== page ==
What a delightful weekend! There is no better way to say goodbye to summer and enjoy a holiday weekend than indulging in delicious healthy and some not-so-healthy food. This weekend, I clearly had pasta and pizza on my mind. My boyfriend is a lover of both and I on the other hand, despite being Italian, have never had quite so much of either in my life since I met him!
I’m always looking for ways that he and I can share a meal while satisfying both of our palates which brought us to Pala. There’s vegan pizza and there’s gluten free pizza but I’ve never really been successful at finding the two in one pie. Pala literally has something for everyone with a diverse menu that includes gluten-free, vegan and vegetarian pasta and pizza options for those with special diets while also catering to those who don’t have dietary restrictions so everyone can eat what they like. I’m diggin’ this concept! Why don’t more restaurants do this?!?
As an added bonus, the restaurant even uses dedicated cooking facilities for the gluten-free menu items to avoid cross-contamination (important for those who have true gluten allergies).
We started with a salad as I usually do when dining at a restaurant. This helps me fill up on greens and avoid overeating my main course. The favetta fresca salad, pictured here, had plenty of greens and fava beans for some added protein. I requested the pecorino on the side so my boyfriend could add the cheese to his salad.
I chose the vegan, gluten-free arrabiata pizza with fresh cherry tomatoes, garlic and hot pepper. I asked for just a sprinkling of daiya cheese, a vegan, non-soy based cheese that taste and melts like the real thing. My boyfriend had the funghi e salsiccia (mushroom and sausage).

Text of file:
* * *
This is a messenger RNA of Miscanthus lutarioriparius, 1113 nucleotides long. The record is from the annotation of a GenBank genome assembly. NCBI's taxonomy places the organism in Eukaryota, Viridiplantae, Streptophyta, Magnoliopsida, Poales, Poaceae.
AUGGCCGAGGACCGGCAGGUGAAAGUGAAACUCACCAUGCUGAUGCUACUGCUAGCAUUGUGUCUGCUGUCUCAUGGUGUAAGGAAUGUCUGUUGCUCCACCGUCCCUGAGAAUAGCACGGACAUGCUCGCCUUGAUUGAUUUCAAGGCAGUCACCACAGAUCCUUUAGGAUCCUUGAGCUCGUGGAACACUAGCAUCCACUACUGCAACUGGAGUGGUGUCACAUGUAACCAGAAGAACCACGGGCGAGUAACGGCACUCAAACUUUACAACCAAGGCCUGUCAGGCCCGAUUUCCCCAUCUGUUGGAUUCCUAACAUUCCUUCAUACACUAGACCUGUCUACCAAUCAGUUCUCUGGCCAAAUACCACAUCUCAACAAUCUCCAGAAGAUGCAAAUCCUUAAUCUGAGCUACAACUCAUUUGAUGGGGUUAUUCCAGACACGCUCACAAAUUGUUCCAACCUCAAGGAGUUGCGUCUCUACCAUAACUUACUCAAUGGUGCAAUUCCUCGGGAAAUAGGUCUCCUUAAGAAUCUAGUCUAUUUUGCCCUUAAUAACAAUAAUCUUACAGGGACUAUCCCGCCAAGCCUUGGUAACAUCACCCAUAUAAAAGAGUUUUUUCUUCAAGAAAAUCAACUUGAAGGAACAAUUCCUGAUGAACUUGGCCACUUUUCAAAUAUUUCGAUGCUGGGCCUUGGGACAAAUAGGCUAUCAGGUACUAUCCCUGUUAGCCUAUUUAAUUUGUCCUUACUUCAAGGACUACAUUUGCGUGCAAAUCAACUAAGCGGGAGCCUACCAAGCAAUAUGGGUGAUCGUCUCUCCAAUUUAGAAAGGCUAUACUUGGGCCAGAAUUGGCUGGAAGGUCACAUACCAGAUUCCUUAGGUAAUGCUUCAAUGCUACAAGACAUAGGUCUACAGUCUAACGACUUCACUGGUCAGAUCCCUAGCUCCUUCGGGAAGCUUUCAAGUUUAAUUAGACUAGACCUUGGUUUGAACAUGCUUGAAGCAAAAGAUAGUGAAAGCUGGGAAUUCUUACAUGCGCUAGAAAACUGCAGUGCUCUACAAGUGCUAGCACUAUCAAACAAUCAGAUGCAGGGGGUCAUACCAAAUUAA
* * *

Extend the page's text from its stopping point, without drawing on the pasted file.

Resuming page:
What is your favorite NYC pizzeria?
I have to give props to the pizza bar at Whole Foods which has a variety of fresh and yummsy pizzas to choose from daily and includes a number of vegan options. However, I’m still waiting for a gluten-free crust from them.
Why gluten free? Gluten is a protein found in wheat and some other grains that can be difficult to digest for some people. It is literally in almost everything we eat and the more of it we consume, the less tolerant our bodies can become. It’s important to keep in mind, that everyone is different so this is not the case for everyone. An elmination diet can help determine an intolerance to gluten.
For a select number of people, those with Celiac Disease (CD), this intolerance to gluten can have serious health consequences and therefore they must be extra cautious to avoid it. To read more about food sensitivity and intolerance, click here. If you suspect you may have CD, please see your doctor or alternative healthcare practitioner for further diagnosis.
For myself, I find gluten-free foods easier to digest and it eliminates abdominal bloating (this, I have only discovered through experimentation and elimination diets) so I avoid gluten when possible and stay away from processed bread, crackers and cereals.
I always remind my clients, though, that just because an item is vegan or gluten-free doesn’t make it the healthier option. When buying packaged food, always read food labels for ingredients and be on the lookout for added sugar or words you don’t recognize. When attempting special diets, it’s best to stick with whole foods. A health coach can offer support around this. Also, when dining out, keep portion control in mind and ask how items are prepared. And just like everyday baked goods, the vegan and gluten-free versions are best as once-in-awhile indulgences.